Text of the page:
I wish I could find it, but during the Clinton Administration, some Democrat congressman (I wish I knew who -- I'd like to shake his hand) proposed an amendment to the Republicans' Omnibus Crime Bill that was, word-for-word, the Fourth Amendment. The Republicans screamed and shouted that the proposed amendment would completely gut the bill, and it was defeated. In my not very humble opinion, every one of those congresscritters should be ousted.

When Clinton was impeached, many Senators refused to convict, saying that the offense did not rise to the level of impeachment. But that's not their job!! The Senate's job is only to determine guilt or innocence. The House of Representatives determines whether the offence is worthy of impeachemnt, not the Senate.

The power to "regulate... commerce among the Several States" has been taken to mean power over everything that may have any impact whatsoever on interstate commerce.

The Tenth Amendment is barely recognizable. Schools are not mentioned in the U.S. Constitution, so they are a State function. The Violence Against Women Act is clearly out of bounds for the feral government, as are Welfare, Social Security, Medicaid, and Medicare.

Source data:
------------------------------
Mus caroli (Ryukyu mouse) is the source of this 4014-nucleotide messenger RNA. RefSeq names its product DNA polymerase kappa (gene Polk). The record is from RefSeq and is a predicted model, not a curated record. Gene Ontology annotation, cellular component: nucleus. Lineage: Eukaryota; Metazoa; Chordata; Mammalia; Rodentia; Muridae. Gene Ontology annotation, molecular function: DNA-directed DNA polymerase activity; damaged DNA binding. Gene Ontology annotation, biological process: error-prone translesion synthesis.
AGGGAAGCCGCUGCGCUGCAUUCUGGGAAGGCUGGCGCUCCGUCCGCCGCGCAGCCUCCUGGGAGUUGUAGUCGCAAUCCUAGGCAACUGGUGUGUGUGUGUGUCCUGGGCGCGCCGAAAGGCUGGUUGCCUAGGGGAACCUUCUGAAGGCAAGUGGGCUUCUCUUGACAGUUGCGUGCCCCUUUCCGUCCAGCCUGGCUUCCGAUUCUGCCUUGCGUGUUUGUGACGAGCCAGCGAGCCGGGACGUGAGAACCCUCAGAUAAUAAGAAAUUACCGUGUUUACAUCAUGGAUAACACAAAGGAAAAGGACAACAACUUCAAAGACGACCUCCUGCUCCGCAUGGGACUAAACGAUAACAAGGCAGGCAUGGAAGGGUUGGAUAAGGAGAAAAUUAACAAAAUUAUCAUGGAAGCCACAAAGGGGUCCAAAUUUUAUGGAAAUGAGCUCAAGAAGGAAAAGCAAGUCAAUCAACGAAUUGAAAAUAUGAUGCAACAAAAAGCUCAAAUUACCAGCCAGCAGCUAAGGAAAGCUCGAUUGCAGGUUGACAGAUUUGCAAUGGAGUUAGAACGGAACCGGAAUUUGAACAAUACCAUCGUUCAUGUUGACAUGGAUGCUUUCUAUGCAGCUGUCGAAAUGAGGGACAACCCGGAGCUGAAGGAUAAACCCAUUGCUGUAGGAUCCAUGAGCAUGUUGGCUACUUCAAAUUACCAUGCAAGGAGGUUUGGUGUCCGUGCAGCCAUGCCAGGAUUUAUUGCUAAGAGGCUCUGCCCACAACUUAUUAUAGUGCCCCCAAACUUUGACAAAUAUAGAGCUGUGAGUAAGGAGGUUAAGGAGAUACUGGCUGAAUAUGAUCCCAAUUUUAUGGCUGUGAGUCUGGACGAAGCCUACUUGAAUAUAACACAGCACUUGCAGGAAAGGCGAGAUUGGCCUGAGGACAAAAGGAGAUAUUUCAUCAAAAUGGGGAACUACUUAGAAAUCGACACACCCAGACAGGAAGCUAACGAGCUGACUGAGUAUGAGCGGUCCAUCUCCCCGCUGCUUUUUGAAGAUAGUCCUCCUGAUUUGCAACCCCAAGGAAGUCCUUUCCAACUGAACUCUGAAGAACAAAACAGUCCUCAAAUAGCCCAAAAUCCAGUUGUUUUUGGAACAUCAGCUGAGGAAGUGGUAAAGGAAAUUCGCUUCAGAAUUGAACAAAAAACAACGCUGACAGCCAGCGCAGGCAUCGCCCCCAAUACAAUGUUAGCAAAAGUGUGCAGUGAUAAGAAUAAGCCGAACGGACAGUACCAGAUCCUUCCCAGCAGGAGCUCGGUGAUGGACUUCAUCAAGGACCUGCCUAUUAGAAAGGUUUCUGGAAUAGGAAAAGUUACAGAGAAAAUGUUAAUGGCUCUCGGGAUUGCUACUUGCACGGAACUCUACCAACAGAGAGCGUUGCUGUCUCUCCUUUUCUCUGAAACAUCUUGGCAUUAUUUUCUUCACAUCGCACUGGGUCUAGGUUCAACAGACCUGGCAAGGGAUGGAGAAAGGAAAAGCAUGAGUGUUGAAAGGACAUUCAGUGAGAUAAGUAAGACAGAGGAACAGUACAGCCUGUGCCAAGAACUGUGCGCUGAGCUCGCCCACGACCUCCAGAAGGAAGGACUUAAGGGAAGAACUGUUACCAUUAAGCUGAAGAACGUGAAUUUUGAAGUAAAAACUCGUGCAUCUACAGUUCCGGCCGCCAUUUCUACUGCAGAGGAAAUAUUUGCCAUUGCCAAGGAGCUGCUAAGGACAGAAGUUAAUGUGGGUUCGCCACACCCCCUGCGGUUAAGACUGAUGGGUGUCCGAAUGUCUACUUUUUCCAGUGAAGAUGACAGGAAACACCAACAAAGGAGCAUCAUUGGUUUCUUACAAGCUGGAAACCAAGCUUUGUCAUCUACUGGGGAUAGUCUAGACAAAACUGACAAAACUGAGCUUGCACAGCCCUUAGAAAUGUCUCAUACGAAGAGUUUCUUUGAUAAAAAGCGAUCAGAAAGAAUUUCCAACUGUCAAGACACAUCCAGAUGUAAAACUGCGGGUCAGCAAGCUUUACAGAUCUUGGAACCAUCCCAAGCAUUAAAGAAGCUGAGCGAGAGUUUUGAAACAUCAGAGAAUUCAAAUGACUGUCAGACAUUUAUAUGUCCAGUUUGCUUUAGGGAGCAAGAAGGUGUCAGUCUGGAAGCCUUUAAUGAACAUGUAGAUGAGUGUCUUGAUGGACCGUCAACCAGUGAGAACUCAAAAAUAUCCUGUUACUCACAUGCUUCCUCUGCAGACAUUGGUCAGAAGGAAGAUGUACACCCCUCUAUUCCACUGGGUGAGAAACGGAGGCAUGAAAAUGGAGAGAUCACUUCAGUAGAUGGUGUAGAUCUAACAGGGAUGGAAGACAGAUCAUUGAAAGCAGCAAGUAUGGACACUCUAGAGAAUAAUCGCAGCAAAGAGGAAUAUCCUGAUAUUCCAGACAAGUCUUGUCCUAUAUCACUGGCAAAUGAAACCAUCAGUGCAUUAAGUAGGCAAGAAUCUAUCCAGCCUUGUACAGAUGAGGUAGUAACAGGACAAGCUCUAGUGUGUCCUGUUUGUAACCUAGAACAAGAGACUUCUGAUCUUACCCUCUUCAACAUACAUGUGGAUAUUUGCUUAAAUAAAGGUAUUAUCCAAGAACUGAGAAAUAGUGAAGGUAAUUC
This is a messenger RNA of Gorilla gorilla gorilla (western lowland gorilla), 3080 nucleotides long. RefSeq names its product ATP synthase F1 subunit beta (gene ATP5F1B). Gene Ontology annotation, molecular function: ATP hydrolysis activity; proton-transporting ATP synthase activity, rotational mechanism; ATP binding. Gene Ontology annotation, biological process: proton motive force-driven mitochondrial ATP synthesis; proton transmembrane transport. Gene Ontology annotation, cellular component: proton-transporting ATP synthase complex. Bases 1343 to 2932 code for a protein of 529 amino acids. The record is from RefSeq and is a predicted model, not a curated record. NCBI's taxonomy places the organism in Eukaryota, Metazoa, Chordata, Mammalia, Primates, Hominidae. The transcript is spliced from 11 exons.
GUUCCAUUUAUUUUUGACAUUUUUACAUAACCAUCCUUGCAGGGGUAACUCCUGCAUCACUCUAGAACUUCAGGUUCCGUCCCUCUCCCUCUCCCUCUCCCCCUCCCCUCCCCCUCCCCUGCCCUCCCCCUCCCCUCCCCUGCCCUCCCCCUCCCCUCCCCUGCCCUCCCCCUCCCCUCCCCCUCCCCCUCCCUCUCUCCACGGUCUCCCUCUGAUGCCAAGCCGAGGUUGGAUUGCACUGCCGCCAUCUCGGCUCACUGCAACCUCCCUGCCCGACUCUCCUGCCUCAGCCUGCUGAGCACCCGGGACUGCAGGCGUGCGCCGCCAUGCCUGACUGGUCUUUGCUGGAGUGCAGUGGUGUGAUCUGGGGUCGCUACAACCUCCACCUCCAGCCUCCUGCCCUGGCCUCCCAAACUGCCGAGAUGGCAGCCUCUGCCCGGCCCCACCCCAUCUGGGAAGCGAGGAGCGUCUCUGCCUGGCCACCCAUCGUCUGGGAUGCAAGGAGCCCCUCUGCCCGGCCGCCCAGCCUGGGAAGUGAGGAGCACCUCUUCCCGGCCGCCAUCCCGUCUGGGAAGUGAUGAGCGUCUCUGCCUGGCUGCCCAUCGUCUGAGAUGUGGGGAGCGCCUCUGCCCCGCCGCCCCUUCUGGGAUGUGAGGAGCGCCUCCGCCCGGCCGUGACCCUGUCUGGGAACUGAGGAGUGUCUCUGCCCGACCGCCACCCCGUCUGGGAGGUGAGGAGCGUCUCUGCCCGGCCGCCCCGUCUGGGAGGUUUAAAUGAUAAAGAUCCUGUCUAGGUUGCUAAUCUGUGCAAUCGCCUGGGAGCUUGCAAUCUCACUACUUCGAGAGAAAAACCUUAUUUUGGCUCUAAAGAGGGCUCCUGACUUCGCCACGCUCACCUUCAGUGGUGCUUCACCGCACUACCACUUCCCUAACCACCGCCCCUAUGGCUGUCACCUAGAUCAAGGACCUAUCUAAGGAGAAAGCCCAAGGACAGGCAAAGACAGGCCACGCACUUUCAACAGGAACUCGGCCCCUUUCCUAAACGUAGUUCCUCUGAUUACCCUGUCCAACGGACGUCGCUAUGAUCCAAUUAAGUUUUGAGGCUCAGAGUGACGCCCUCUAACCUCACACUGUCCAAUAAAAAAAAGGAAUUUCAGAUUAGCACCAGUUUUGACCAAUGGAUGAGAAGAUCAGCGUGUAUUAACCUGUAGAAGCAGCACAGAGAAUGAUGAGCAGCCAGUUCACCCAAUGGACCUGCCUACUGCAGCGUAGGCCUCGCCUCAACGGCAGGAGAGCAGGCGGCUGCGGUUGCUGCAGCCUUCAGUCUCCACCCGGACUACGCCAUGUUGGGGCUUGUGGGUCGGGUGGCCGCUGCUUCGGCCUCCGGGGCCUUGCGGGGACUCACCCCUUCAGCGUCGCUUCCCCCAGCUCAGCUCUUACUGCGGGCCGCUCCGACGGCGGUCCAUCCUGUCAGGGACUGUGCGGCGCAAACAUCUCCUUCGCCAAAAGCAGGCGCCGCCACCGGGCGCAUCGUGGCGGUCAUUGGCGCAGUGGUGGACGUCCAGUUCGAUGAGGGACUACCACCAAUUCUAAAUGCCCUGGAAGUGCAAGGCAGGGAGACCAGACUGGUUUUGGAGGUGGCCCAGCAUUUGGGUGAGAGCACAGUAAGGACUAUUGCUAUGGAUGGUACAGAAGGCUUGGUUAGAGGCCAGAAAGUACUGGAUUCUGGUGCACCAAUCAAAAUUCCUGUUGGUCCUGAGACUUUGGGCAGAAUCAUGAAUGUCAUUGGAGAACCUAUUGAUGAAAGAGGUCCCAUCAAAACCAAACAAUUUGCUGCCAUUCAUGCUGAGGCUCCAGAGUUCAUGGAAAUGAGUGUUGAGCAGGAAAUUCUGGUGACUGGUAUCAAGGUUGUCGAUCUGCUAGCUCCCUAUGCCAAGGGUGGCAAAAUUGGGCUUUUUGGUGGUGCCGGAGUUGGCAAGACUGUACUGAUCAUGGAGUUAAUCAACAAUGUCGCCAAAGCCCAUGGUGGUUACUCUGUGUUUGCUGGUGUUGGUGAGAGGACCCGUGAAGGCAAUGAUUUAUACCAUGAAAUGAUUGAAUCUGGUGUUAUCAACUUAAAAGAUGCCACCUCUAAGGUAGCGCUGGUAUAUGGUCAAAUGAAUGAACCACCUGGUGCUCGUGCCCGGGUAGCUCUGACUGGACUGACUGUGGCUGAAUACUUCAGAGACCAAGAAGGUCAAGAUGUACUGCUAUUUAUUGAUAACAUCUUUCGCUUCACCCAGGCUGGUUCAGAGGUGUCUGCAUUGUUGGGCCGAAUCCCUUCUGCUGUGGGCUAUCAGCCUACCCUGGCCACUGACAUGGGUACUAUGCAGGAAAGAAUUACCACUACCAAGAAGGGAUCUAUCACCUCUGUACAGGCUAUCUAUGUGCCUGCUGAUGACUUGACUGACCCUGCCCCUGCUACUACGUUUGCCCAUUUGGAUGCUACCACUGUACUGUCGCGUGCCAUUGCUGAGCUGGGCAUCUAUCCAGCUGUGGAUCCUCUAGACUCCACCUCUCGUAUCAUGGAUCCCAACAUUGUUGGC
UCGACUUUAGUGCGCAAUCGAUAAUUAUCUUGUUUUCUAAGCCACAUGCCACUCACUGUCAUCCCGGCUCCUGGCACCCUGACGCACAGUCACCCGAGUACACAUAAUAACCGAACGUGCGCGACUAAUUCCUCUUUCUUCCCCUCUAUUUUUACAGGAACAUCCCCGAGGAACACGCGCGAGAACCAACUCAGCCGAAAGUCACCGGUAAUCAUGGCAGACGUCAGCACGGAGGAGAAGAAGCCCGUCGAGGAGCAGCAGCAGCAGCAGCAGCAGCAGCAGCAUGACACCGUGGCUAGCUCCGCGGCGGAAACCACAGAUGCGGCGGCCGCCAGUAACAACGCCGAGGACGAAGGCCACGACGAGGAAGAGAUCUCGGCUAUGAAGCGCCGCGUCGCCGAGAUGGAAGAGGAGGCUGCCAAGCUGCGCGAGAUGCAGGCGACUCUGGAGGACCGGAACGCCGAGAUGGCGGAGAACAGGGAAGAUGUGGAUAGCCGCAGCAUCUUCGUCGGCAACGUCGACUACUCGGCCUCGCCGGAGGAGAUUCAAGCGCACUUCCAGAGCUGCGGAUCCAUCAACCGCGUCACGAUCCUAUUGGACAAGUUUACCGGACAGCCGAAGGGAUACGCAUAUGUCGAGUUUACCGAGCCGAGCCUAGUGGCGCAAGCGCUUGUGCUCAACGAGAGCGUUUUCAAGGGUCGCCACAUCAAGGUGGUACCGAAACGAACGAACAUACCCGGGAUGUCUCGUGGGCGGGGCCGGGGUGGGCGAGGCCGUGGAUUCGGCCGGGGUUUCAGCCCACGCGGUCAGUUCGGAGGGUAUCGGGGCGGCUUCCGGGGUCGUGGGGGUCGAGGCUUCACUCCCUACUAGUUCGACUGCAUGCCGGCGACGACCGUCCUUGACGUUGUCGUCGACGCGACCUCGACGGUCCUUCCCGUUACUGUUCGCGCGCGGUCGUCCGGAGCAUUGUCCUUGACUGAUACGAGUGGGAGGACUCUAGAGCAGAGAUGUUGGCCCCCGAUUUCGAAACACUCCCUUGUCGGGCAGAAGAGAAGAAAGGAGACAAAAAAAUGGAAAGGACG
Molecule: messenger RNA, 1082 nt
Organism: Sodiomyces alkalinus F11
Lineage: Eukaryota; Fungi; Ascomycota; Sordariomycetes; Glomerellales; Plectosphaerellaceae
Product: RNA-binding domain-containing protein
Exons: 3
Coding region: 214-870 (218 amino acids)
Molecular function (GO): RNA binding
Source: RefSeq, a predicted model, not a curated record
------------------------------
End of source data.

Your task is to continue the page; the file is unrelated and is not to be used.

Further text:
The people of D.C., "The Capitol of the Free World," are not allowed to have guns to protect themselves.

I could go on, if you like.

Jonathan said:

The Equality Loudoun post is here.

See:

http://www.equalityloudoun.org/?p=378

David said:

Thanks for making the change, Joe.

Now, if you actually would like Equality Loudoun to "guest blog," feel free to crosspost.

jthompson said:

"As a general rule, when there is broad disagreement over how legislative language will be interpreted, that means it's poorly written."